Multiple choice questions are best used as diagnostic questions, which are designed so that all the wrong answers give a clue to a particular misconception a student might have with the type of question. Their power lies in how quick they are to mark and, if designed properly, how quickly the exact type of misconceptions can be identified.

They can be used to assess prior knowledge to allow the teacher to better plan the lesson to meet the learning needs of all. In most subjects they are the best strategy to use as ‘hinge questions’, which is a formative assessment strategy enabling the teacher to know whether it is appropriate to move on, to briefly recap, or completely reteach, a concept before moving on… Dylan Wiliam calls this the most important decision a teacher has to make on a regular basis. They can be used as plenaries, homework and revision tools.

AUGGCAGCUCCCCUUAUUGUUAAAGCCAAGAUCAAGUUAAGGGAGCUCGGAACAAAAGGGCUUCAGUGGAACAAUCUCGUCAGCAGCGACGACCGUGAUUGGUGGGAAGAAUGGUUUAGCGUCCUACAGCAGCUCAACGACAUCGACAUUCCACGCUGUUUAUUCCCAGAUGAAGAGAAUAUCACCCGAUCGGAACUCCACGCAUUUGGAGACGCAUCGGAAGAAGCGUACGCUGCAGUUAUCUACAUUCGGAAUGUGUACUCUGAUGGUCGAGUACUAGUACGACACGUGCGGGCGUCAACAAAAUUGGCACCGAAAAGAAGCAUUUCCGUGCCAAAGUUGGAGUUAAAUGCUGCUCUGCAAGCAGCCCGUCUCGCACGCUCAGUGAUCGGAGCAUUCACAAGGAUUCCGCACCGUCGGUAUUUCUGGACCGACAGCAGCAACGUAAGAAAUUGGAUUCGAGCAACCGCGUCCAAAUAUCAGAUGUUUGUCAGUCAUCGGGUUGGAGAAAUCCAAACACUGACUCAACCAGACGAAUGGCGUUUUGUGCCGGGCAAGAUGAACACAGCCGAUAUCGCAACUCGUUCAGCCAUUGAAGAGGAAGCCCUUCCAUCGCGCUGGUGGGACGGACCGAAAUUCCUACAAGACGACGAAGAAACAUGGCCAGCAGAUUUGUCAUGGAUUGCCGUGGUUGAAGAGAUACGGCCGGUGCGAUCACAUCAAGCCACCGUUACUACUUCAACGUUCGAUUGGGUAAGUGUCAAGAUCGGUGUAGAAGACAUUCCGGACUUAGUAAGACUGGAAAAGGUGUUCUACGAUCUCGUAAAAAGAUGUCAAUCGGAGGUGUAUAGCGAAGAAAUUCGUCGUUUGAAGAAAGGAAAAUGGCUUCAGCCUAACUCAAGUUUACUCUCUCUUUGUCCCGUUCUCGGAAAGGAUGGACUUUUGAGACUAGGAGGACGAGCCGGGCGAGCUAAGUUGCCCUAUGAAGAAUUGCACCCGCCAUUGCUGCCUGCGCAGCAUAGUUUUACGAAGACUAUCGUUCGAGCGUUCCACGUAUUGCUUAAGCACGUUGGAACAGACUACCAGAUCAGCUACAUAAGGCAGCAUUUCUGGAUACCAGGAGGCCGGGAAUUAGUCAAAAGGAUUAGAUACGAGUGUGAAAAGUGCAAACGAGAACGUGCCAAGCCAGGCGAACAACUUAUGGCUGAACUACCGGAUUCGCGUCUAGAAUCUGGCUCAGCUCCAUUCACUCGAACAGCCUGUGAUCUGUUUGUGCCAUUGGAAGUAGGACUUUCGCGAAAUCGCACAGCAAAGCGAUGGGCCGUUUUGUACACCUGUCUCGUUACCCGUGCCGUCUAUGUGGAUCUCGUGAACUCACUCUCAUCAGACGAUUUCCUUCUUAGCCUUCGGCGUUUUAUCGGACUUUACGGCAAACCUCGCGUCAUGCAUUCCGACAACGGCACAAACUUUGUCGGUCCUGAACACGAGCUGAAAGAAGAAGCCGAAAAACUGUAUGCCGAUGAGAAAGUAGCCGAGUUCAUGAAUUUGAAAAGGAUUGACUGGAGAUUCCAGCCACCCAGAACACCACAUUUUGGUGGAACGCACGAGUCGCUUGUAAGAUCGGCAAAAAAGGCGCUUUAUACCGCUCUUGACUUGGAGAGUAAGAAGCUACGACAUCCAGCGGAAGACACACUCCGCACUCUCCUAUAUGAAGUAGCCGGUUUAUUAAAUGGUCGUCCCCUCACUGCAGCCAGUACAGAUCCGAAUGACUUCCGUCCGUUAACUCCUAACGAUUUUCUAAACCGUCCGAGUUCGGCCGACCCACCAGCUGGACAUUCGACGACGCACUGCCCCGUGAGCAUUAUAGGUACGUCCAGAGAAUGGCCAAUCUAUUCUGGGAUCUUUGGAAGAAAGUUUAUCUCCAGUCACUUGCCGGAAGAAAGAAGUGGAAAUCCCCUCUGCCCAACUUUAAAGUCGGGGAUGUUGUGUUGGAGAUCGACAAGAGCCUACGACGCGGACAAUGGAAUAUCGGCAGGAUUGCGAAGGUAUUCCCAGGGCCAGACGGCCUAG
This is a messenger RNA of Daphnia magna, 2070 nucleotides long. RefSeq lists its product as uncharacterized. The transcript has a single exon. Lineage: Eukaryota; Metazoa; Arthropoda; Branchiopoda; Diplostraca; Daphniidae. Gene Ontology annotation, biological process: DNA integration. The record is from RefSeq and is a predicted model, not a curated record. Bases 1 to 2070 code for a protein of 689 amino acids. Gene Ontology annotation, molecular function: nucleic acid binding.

Craig Barton, founder of www.diagnosticquestions.com, shows in this article how he has created a diagnostic question for Maths. Perhaps the biggest problem with diagnostic questions is the time taken to create them, however, if you are lucky enough to have a subject that has any exam board that creates multiple choice questions then you have a wealth of diagnostic questions to choose from. Searching the website can also bring up diagnostic questions created by others… Diagnosticquestions.com is a good place to start and its use is explained in much more detail below.

Thanks to the power of diagnostic questions, there are a huge number of websites, apps and strategies that have been designed to facilitate and enhance their use for teachers. Each of these have their own merits and issues and we have tried to explain the reasonings behind why one strategy might be chosen over another.